"A person who rails at God in adversity, suffers without merit; moreover by his lack of resignation he adds to his punishment in the next life and experiences greater disquietude of mind in this life."

St Alphonsus de Liguori

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"It is well to choose some one good devotion, and to stick to it, and never to abandon it."

St Philip Neri

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"It is not God's will that we should abound in spiritual delights, but that in all things we should submit to his holy will."

Blessed Henry Suso

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Fr Reginald Garrigou-Lagrange, O.P.  (1877 - 1964)  taught at the Angelicum in Rome from 1909 to 1960, and served for many years as a consulter to the Holy Office and other Roman Congregations.

 
  LIFE EVERLASTING
   

By Reginald Garrigou-Lagrange,OP

 

 PART 3 : HELL (cont)

 

19. HELL AND OUR OWN AGE

 
Certain authors, attempting to propose a modern conception of hell, have departed from traditional doctrine. They hold that the damned are not all absolutely perverted, that not all are guilty of hating God. In these cases, then, pain of loss and of sense would not be as severe as theologians generally affirm.

Such authors have not reflected sufficiently on the distinction between the road and the goal. They do not reflect that these separated souls undergo a total privation of God, of all goods which flow from the beatific vision, and also of those created goods given as means to reach God.

These authors, further, have not reflected sufficiently on the nature of obstinacy, and its relation to infinite justice. They lose sight of what the greatest doctors have said on the finality of hell. They ignore the imprescriptible rights of the sovereign good to be loved above all things: rights which are emphasized in the visions granted to saints. [312]

Question: Is it proper in our own age to preach on hell? We answer thus: first, it is certainly better to go to God by the way of love than that of fear. The redemptive Incarnation invites us continually to the way of love. But fear is today a necessary element of salvation, just as surely as it was when the Fathers preached the gospel. We conclude, with the author of the article on hell in the Dictionnaire de theologique "Preachers must indeed omit all purely imaginary descriptions. The simple truth is sufficient. But to keep systematic silence on any portion of Christian teaching, particularly on forethought for our last end, is to ignore radically the spirit of Christianity. This life is a road, which ends inevitably either in hell or in heaven." [313]

Further, our Lord deigns frequently to give privileged souls a higher knowledge of hell, by contemplation, or by vision, imaginary or intellectual, in order to carry them on to greater hatred of sin, to growth in charity, to more burning zeal for the salvation of souls. It is sufficient here to recall the visions. Like St. Theresa, many saints were thus illumined by contrast, on the infinite greatness of God and the value of eternal life.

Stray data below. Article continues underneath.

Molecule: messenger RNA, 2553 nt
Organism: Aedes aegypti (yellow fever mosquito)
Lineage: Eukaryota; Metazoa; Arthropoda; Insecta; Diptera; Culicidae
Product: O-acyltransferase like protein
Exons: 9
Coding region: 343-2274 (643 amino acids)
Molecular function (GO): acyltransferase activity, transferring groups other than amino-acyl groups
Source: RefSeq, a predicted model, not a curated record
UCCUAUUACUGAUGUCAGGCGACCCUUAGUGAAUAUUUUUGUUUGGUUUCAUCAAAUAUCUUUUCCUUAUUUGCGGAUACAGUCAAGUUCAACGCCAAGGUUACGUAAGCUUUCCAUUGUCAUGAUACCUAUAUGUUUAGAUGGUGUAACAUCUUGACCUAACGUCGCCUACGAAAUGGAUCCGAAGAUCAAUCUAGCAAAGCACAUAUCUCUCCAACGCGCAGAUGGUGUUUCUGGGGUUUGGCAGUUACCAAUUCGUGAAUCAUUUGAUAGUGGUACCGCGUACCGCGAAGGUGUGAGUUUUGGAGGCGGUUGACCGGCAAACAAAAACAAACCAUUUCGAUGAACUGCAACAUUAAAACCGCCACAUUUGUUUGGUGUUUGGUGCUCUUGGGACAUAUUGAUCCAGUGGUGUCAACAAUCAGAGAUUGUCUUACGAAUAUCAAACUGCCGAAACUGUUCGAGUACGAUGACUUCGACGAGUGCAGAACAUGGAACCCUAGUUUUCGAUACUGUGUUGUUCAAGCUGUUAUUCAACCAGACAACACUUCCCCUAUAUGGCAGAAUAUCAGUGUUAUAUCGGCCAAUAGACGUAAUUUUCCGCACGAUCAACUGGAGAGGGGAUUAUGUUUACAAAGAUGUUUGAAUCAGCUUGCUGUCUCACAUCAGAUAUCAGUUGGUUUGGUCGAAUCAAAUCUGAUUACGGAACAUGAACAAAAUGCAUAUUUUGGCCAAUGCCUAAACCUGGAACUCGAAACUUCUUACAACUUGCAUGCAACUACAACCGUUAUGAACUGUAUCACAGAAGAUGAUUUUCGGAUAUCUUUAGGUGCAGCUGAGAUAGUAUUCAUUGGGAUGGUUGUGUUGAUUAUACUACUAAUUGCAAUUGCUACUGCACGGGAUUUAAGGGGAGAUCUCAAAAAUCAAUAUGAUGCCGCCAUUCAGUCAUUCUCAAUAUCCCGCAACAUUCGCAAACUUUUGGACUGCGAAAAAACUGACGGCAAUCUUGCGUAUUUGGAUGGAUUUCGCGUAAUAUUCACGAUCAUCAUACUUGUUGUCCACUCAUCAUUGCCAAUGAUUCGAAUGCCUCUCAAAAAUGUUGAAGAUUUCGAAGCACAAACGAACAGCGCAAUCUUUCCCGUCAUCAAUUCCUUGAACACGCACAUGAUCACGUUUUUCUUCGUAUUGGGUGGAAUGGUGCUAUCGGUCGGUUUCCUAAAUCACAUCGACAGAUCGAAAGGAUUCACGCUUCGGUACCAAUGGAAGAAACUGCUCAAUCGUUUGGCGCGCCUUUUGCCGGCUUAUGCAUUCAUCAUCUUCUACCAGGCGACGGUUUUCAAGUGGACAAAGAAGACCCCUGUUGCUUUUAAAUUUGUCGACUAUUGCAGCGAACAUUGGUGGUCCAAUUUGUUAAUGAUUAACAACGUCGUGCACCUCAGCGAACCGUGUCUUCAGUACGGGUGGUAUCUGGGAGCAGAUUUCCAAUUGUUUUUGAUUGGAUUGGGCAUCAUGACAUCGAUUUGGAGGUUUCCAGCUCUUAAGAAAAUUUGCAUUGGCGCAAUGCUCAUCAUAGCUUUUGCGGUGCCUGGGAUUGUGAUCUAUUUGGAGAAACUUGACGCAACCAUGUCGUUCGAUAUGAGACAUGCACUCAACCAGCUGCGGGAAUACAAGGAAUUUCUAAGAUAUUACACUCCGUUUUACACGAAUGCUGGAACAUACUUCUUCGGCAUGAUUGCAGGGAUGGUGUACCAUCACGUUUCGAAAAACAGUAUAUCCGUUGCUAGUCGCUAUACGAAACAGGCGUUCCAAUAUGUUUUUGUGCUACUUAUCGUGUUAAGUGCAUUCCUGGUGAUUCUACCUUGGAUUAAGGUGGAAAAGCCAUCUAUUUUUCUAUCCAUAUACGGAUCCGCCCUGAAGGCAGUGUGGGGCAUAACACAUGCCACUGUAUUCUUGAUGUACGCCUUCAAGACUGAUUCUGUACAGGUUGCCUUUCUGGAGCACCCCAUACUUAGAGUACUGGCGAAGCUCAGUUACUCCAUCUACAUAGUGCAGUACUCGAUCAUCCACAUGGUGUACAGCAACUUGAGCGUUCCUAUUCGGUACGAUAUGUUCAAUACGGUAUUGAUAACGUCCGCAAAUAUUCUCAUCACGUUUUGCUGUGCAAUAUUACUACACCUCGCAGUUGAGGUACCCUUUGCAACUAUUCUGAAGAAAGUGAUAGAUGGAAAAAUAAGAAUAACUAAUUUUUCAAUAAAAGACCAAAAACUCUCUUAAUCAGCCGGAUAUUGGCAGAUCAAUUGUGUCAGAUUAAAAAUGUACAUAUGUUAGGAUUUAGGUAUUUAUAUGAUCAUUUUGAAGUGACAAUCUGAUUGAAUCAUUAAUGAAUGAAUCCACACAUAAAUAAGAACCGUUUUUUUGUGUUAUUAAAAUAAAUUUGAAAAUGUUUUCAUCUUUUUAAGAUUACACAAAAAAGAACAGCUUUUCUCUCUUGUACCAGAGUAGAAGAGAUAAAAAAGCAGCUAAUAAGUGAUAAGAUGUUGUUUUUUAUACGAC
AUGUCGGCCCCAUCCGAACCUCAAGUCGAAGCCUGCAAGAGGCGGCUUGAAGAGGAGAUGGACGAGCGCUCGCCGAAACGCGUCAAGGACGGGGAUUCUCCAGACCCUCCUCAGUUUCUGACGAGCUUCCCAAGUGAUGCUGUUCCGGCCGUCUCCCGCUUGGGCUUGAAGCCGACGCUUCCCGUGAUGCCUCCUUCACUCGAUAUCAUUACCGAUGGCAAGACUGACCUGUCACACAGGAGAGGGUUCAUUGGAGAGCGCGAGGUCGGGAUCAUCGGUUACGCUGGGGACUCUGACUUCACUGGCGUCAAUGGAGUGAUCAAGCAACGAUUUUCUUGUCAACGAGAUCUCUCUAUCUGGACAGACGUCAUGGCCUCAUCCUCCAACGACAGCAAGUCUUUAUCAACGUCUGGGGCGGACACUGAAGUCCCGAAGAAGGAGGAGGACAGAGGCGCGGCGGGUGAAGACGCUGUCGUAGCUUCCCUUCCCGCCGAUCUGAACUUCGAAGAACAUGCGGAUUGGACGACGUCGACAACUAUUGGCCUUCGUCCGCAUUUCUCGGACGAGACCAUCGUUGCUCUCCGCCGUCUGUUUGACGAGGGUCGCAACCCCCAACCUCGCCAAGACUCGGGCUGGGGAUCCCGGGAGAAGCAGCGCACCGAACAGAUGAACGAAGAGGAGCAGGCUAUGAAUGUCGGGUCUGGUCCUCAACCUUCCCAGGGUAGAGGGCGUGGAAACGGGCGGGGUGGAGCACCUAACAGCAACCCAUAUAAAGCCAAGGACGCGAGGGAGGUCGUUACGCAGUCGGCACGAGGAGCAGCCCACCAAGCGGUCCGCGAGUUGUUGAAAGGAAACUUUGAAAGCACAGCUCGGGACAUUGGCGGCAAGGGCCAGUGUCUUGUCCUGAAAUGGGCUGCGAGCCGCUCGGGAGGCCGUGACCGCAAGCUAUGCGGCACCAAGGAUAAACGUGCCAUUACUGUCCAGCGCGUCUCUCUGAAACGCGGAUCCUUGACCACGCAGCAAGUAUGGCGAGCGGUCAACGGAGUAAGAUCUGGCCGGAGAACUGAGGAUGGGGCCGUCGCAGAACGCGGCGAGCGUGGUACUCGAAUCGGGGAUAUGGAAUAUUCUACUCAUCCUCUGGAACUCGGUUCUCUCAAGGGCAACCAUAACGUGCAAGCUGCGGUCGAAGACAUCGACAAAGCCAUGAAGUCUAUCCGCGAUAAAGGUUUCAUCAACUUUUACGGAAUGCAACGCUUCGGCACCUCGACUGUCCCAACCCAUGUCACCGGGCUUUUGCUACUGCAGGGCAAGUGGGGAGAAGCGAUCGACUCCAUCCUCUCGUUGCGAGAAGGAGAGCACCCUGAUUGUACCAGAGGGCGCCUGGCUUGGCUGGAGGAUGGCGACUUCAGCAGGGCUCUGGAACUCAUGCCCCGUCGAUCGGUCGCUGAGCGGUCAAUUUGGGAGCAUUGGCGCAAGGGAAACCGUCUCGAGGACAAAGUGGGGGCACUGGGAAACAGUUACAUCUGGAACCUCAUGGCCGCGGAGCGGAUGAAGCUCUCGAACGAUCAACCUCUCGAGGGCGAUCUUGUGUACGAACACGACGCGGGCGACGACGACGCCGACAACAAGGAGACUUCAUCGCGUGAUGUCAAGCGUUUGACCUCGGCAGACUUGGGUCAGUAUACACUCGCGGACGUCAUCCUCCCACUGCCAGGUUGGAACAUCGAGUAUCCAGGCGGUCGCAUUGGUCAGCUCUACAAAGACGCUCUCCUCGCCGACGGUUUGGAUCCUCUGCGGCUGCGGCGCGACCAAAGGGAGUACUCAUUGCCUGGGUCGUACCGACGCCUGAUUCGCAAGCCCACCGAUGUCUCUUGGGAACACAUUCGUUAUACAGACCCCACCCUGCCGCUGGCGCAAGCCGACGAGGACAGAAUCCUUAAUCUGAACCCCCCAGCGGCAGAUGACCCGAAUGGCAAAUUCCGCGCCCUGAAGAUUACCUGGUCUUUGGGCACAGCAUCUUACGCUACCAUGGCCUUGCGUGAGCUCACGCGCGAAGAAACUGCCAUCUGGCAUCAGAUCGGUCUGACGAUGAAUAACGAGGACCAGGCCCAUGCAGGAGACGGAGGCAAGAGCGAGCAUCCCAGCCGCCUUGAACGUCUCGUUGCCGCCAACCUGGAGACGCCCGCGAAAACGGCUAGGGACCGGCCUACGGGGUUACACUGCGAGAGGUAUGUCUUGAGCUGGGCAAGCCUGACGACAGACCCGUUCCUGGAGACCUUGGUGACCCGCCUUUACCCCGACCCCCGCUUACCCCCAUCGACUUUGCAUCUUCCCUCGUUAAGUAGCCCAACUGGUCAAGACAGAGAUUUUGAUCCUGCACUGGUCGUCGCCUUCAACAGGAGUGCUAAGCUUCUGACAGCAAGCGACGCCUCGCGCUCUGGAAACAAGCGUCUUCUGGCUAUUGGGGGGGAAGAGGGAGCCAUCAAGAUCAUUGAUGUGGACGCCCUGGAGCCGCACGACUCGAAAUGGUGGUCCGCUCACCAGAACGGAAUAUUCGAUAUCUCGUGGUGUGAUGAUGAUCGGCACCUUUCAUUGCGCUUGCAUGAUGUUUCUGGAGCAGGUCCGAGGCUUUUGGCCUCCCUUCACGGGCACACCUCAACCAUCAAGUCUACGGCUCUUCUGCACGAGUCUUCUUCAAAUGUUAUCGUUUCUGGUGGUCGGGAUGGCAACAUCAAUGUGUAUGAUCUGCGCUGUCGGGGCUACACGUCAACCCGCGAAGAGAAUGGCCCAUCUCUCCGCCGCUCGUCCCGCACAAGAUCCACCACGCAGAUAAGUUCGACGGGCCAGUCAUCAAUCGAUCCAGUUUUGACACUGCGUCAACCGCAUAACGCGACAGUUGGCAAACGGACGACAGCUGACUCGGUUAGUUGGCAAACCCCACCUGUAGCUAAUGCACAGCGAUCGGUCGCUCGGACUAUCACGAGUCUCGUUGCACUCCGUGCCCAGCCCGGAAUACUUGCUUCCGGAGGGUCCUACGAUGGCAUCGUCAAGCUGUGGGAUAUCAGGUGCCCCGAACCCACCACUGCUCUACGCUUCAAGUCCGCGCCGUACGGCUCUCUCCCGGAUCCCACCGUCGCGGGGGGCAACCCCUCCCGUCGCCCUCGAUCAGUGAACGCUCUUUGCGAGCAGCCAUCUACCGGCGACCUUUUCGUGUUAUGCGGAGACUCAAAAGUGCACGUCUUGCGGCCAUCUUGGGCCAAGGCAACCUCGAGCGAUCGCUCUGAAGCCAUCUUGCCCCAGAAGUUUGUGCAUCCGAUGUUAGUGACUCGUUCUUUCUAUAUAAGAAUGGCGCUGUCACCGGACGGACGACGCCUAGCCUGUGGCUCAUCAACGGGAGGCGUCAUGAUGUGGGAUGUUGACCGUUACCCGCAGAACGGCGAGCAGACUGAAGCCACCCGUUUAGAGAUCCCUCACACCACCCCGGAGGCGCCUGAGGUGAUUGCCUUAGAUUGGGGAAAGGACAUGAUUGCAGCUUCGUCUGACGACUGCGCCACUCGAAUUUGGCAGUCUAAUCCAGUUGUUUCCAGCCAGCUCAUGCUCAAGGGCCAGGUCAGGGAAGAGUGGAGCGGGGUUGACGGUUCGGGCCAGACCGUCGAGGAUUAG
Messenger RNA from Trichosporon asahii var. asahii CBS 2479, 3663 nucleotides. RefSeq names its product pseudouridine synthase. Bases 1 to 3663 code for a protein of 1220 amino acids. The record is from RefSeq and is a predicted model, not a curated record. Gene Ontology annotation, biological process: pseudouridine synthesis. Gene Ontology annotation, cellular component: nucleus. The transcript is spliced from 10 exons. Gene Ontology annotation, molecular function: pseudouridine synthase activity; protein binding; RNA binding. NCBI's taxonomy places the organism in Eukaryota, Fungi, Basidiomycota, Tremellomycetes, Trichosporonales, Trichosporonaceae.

St. Theresa speaks thus: "I often ask myself how it came that pictures of hell did not lead me to fear these pains as they deserve. Now I feel a killing pain at sight of the multitudes who are lost. This vision was one of the greatest graces the Lord has given me. From it arise also these vehement desires to be useful to souls. Yes, I say it with all truth: to deliver one soul from these terrible torments, I would gladly, it seems to me, endure death a thousand times." [314]

Our Lord said to St. Catherine of Siena: [315] "The first suffering which the damned endure is that they are deprived of seeing Me. This suffering is so great that, [316] if it were possible, they would choose to endure fire and torments, if they could in the meantime enjoy My vision, rather than to be delivered from other sufferings without being able to see Me. This pain is increased by a second, that of the worm of conscience, which torments them without cessation. Thirdly, the view of the demon redoubles their sufferings, because, seeing him in all his ugliness, they see what they themselves are, and thus see clearly that they themselves have merited these chastisements. The fourth torment which the damned endure is that of fire, a fire which burns but does not consume. Further, so great is the hate which possesses them that they cannot will anything good. Continually they blaspheme Me. They can no longer merit. Those who die in hate, guilty of mortal sin, enter a state which lasts forever."

These vivid descriptions confirm the traditional doctrines. They show by contrast the value of eternal life, and the value of the time of merit, which is given to us to attain that life. [317]

Fear of God's chastisements is salutary, though it diminishes with the growth of charity. The more the saints love God, the more they fear to be separated from Him. This filial fear is a gift of the Holy Spirit. It makes hope perfect. It spurs us on to desire God still more strongly, and at the same time it bridles presumption.

A good theologian, Father Gardeil, O.P., in his book, The Gifts of the Holy Spirit among the Dominican Saints, speaks as follows: "Christianity has the honor of transfiguring human passions. Now is there any passion more difficult to rehabilitate than fear? Who
dares to defend it? Who would undertake this task in our own time, ruled by a moral code which is founded on human respect? Mere human philosophy has but one fear, not to elevate itself enough." [318]

For these moralists, nothing will do except a doctrine completely filled with disinterestedness. Disinterestedness is the watchword. What! Admit that man sometimes suffers fear? That with this passion he spurns himself to good? Oh what shame! No! Let us conceal this misery. Let it not soil our serene ordinances. Let us suppress its very name.

"Only the divine Spirit will rehabilitate fear. The fear adopted by the Holy Spirit has nothing in common with mundane fear. It is not a fear of man; it is the fear of God. 'The fear of the Lord is the beginning of